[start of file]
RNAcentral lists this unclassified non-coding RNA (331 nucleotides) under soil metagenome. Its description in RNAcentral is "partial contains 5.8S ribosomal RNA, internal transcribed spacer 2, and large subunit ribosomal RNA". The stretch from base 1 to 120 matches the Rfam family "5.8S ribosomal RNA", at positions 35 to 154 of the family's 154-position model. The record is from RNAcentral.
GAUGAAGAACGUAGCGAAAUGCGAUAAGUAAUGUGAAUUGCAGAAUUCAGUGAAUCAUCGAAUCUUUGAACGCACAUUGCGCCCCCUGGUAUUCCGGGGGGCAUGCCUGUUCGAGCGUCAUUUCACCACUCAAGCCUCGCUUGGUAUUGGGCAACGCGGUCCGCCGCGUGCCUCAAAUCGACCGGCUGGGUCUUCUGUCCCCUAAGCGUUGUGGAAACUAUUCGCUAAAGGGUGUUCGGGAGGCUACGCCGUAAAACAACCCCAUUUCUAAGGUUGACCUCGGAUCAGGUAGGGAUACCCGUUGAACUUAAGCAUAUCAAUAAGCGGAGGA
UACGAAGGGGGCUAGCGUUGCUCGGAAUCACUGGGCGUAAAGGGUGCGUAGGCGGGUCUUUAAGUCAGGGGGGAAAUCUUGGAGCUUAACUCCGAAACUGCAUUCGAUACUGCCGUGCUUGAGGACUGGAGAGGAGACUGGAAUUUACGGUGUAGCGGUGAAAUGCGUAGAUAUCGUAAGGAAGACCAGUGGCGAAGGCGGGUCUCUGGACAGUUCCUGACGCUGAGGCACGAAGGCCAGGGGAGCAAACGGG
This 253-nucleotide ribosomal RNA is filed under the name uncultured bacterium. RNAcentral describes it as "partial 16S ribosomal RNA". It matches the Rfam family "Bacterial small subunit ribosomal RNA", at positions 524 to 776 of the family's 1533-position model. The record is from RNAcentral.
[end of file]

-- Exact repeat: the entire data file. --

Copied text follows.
RNAcentral lists this unclassified non-coding RNA (331 nucleotides) under soil metagenome. Its description in RNAcentral is "partial contains 5.8S ribosomal RNA, internal transcribed spacer 2, and large subunit ribosomal RNA". The stretch from base 1 to 120 matches the Rfam family "5.8S ribosomal RNA", at positions 35 to 154 of the family's 154-position model. The record is from RNAcentral.
GAUGAAGAACGUAGCGAAAUGCGAUAAGUAAUGUGAAUUGCAGAAUUCAGUGAAUCAUCGAAUCUUUGAACGCACAUUGCGCCCCCUGGUAUUCCGGGGGGCAUGCCUGUUCGAGCGUCAUUUCACCACUCAAGCCUCGCUUGGUAUUGGGCAACGCGGUCCGCCGCGUGCCUCAAAUCGACCGGCUGGGUCUUCUGUCCCCUAAGCGUUGUGGAAACUAUUCGCUAAAGGGUGUUCGGGAGGCUACGCCGUAAAACAACCCCAUUUCUAAGGUUGACCUCGGAUCAGGUAGGGAUACCCGUUGAACUUAAGCAUAUCAAUAAGCGGAGGA
UACGAAGGGGGCUAGCGUUGCUCGGAAUCACUGGGCGUAAAGGGUGCGUAGGCGGGUCUUUAAGUCAGGGGGGAAAUCUUGGAGCUUAACUCCGAAACUGCAUUCGAUACUGCCGUGCUUGAGGACUGGAGAGGAGACUGGAAUUUACGGUGUAGCGGUGAAAUGCGUAGAUAUCGUAAGGAAGACCAGUGGCGAAGGCGGGUCUCUGGACAGUUCCUGACGCUGAGGCACGAAGGCCAGGGGAGCAAACGGG
This 253-nucleotide ribosomal RNA is filed under the name uncultured bacterium. RNAcentral describes it as "partial 16S ribosomal RNA". It matches the Rfam family "Bacterial small subunit ribosomal RNA", at positions 524 to 776 of the family's 1533-position model. The record is from RNAcentral.